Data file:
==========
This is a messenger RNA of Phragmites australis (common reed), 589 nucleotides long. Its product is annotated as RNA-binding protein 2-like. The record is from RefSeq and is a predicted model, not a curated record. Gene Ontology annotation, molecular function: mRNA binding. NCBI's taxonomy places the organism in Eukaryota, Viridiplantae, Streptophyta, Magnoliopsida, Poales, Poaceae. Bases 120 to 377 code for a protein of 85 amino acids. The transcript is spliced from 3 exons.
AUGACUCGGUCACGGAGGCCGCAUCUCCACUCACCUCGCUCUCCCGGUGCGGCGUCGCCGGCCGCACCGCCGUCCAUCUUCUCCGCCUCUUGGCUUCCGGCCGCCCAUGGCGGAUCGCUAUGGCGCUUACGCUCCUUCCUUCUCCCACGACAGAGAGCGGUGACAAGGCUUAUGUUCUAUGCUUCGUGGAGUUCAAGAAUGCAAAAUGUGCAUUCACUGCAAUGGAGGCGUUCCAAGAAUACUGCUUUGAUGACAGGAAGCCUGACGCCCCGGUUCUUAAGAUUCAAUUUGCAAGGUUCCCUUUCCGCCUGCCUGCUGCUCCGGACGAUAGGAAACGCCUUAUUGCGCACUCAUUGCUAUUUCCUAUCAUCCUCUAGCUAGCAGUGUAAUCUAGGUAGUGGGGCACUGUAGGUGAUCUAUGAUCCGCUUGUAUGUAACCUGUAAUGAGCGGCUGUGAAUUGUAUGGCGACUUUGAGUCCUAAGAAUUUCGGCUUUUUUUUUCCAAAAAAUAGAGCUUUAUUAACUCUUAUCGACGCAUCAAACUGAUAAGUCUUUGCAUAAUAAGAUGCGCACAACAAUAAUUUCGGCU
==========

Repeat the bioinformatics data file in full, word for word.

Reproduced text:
This is a messenger RNA of Phragmites australis (common reed), 589 nucleotides long. Its product is annotated as RNA-binding protein 2-like. The record is from RefSeq and is a predicted model, not a curated record. Gene Ontology annotation, molecular function: mRNA binding. NCBI's taxonomy places the organism in Eukaryota, Viridiplantae, Streptophyta, Magnoliopsida, Poales, Poaceae. Bases 120 to 377 code for a protein of 85 amino acids. The transcript is spliced from 3 exons.
AUGACUCGGUCACGGAGGCCGCAUCUCCACUCACCUCGCUCUCCCGGUGCGGCGUCGCCGGCCGCACCGCCGUCCAUCUUCUCCGCCUCUUGGCUUCCGGCCGCCCAUGGCGGAUCGCUAUGGCGCUUACGCUCCUUCCUUCUCCCACGACAGAGAGCGGUGACAAGGCUUAUGUUCUAUGCUUCGUGGAGUUCAAGAAUGCAAAAUGUGCAUUCACUGCAAUGGAGGCGUUCCAAGAAUACUGCUUUGAUGACAGGAAGCCUGACGCCCCGGUUCUUAAGAUUCAAUUUGCAAGGUUCCCUUUCCGCCUGCCUGCUGCUCCGGACGAUAGGAAACGCCUUAUUGCGCACUCAUUGCUAUUUCCUAUCAUCCUCUAGCUAGCAGUGUAAUCUAGGUAGUGGGGCACUGUAGGUGAUCUAUGAUCCGCUUGUAUGUAACCUGUAAUGAGCGGCUGUGAAUUGUAUGGCGACUUUGAGUCCUAAGAAUUUCGGCUUUUUUUUUCCAAAAAAUAGAGCUUUAUUAACUCUUAUCGACGCAUCAAACUGAUAAGUCUUUGCAUAAUAAGAUGCGCACAACAAUAAUUUCGGCU